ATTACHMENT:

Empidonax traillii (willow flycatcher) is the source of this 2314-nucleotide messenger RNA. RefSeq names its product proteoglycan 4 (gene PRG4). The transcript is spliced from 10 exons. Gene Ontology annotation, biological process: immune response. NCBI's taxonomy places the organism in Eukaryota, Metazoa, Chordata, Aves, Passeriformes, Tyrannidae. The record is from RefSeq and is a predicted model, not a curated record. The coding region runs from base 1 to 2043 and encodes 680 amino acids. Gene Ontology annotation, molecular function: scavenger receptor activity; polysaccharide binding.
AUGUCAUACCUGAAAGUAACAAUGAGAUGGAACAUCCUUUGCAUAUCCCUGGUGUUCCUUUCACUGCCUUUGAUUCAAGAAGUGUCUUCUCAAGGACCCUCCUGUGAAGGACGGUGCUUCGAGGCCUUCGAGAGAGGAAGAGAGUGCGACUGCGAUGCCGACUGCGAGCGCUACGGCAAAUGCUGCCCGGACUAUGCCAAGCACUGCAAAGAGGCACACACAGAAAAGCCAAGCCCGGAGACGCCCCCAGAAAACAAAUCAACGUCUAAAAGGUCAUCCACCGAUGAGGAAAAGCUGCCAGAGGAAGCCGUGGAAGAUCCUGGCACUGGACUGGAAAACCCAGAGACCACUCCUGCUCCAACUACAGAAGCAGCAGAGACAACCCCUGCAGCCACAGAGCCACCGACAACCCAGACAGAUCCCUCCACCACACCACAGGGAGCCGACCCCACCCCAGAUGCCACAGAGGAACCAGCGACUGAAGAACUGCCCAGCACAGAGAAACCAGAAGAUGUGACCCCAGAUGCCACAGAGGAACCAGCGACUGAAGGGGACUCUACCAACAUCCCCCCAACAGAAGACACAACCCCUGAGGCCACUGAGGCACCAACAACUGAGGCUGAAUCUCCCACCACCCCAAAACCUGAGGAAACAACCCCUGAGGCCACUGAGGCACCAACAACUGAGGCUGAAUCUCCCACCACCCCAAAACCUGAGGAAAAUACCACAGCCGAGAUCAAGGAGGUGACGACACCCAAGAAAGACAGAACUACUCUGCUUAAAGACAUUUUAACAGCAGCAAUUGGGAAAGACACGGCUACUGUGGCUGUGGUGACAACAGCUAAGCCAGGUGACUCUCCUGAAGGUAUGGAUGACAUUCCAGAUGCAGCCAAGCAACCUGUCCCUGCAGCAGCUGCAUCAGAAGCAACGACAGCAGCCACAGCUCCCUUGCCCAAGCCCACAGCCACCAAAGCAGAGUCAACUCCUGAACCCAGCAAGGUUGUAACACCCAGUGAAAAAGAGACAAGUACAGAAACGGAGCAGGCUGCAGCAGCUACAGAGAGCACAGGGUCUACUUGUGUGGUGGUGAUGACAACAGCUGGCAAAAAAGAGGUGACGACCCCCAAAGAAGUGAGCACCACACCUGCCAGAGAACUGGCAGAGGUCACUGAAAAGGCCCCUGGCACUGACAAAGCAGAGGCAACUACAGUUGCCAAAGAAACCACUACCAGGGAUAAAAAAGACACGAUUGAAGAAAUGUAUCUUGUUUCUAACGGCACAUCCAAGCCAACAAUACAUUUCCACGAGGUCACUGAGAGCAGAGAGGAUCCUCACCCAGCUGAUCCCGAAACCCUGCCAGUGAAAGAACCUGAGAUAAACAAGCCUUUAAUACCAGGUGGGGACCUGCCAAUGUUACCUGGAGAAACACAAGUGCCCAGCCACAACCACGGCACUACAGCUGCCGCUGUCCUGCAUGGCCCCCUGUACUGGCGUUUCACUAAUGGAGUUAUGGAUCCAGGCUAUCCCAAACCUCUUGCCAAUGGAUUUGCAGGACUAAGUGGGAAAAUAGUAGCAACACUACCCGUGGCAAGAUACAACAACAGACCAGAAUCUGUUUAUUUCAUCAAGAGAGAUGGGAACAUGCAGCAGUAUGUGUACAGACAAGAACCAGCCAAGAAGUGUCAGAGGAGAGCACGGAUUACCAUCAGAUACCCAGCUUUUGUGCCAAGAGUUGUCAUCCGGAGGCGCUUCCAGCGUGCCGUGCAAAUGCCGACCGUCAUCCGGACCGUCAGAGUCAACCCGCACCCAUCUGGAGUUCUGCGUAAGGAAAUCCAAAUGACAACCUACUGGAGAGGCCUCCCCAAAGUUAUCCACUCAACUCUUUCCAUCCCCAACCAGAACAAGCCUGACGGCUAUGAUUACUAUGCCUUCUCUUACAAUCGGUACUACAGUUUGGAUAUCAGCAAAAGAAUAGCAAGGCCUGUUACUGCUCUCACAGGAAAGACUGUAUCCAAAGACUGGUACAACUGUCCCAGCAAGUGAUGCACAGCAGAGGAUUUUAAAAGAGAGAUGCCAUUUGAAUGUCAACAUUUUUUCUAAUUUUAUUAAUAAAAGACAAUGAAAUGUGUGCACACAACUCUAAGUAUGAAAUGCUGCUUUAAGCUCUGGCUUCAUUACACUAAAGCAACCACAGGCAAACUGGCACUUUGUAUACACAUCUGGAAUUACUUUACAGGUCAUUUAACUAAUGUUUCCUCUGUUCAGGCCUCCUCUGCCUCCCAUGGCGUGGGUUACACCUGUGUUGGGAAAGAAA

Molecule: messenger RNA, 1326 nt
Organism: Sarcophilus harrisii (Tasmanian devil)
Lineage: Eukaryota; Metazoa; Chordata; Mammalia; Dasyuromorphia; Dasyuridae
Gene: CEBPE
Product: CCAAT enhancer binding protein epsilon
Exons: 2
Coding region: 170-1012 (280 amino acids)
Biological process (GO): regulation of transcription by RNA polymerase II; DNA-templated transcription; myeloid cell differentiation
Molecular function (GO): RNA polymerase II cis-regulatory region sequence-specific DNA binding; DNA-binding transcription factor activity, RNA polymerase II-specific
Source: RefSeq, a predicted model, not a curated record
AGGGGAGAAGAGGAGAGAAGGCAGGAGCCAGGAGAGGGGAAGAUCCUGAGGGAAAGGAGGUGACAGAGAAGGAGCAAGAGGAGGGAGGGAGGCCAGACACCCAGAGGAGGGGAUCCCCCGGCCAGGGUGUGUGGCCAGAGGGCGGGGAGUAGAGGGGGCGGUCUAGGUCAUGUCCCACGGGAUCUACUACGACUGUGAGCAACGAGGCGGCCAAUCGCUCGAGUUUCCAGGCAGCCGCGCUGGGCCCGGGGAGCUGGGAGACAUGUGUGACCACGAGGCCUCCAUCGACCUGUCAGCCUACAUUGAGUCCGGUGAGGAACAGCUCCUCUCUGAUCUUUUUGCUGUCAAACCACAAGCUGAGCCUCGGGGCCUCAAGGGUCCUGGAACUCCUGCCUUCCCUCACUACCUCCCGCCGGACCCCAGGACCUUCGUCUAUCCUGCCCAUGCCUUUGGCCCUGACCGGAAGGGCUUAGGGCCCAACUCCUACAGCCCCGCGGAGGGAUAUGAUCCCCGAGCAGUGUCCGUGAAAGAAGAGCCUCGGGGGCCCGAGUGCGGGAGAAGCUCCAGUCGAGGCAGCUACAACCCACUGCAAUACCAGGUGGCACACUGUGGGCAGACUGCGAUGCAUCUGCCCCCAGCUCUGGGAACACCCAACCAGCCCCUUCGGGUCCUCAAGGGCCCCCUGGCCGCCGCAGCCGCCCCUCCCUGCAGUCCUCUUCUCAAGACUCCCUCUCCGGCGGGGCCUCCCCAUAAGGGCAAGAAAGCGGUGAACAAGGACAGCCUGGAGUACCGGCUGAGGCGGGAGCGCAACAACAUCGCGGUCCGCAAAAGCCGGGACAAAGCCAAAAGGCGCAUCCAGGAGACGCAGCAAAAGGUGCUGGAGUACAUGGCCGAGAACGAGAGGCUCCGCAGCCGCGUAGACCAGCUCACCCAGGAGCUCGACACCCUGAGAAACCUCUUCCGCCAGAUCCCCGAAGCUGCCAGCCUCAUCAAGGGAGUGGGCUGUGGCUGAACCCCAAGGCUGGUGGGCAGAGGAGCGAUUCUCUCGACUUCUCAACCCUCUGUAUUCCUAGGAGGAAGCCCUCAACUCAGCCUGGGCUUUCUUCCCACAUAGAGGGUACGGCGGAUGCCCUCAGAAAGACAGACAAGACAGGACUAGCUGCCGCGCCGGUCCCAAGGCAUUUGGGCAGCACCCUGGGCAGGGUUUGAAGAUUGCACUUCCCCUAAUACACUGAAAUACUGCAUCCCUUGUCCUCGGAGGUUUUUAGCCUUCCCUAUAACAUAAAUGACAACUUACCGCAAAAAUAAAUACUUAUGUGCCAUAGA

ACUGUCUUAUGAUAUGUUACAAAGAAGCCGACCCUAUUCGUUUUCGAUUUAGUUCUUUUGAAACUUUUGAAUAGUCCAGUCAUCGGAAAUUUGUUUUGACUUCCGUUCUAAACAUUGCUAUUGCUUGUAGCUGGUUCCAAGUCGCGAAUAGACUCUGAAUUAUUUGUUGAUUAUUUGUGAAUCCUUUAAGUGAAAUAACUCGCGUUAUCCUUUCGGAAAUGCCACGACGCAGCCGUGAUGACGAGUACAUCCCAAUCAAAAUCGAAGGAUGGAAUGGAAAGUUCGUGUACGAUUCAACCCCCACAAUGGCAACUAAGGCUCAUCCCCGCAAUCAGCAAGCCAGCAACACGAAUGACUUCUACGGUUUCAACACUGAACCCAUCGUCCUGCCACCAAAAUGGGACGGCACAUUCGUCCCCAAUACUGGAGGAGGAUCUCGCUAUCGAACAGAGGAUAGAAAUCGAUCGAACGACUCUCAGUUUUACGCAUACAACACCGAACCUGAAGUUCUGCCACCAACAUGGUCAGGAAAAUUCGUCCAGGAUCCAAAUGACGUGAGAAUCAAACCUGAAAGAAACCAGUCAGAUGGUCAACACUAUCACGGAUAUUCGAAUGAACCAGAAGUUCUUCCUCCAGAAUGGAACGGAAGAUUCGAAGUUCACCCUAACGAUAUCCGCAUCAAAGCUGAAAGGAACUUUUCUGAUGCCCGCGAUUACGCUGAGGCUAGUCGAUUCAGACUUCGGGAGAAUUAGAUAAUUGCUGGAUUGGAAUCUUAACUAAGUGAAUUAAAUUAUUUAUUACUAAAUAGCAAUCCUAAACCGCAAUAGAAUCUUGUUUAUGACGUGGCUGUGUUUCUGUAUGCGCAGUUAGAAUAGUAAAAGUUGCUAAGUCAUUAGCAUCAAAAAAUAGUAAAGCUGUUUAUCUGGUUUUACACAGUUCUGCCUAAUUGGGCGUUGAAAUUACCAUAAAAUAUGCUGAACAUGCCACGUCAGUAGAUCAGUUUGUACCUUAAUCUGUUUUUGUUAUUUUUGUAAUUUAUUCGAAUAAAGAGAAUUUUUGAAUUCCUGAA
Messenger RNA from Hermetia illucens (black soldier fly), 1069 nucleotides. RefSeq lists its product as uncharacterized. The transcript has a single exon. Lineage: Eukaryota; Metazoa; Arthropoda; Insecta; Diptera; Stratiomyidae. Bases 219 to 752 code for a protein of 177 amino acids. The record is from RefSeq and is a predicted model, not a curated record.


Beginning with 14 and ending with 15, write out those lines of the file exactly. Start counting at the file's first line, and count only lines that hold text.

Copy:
ACUGUCUUAUGAUAUGUUACAAAGAAGCCGACCCUAUUCGUUUUCGAUUUAGUUCUUUUGAAACUUUUGAAUAGUCCAGUCAUCGGAAAUUUGUUUUGACUUCCGUUCUAAACAUUGCUAUUGCUUGUAGCUGGUUCCAAGUCGCGAAUAGACUCUGAAUUAUUUGUUGAUUAUUUGUGAAUCCUUUAAGUGAAAUAACUCGCGUUAUCCUUUCGGAAAUGCCACGACGCAGCCGUGAUGACGAGUACAUCCCAAUCAAAAUCGAAGGAUGGAAUGGAAAGUUCGUGUACGAUUCAACCCCCACAAUGGCAACUAAGGCUCAUCCCCGCAAUCAGCAAGCCAGCAACACGAAUGACUUCUACGGUUUCAACACUGAACCCAUCGUCCUGCCACCAAAAUGGGACGGCACAUUCGUCCCCAAUACUGGAGGAGGAUCUCGCUAUCGAACAGAGGAUAGAAAUCGAUCGAACGACUCUCAGUUUUACGCAUACAACACCGAACCUGAAGUUCUGCCACCAACAUGGUCAGGAAAAUUCGUCCAGGAUCCAAAUGACGUGAGAAUCAAACCUGAAAGAAACCAGUCAGAUGGUCAACACUAUCACGGAUAUUCGAAUGAACCAGAAGUUCUUCCUCCAGAAUGGAACGGAAGAUUCGAAGUUCACCCUAACGAUAUCCGCAUCAAAGCUGAAAGGAACUUUUCUGAUGCCCGCGAUUACGCUGAGGCUAGUCGAUUCAGACUUCGGGAGAAUUAGAUAAUUGCUGGAUUGGAAUCUUAACUAAGUGAAUUAAAUUAUUUAUUACUAAAUAGCAAUCCUAAACCGCAAUAGAAUCUUGUUUAUGACGUGGCUGUGUUUCUGUAUGCGCAGUUAGAAUAGUAAAAGUUGCUAAGUCAUUAGCAUCAAAAAAUAGUAAAGCUGUUUAUCUGGUUUUACACAGUUCUGCCUAAUUGGGCGUUGAAAUUACCAUAAAAUAUGCUGAACAUGCCACGUCAGUAGAUCAGUUUGUACCUUAAUCUGUUUUUGUUAUUUUUGUAAUUUAUUCGAAUAAAGAGAAUUUUUGAAUUCCUGAA
Messenger RNA from Hermetia illucens (black soldier fly), 1069 nucleotides. RefSeq lists its product as uncharacterized. The transcript has a single exon. Lineage: Eukaryota; Metazoa; Arthropoda; Insecta; Diptera; Stratiomyidae. Bases 219 to 752 code for a protein of 177 amino acids. The record is from RefSeq and is a predicted model, not a curated record.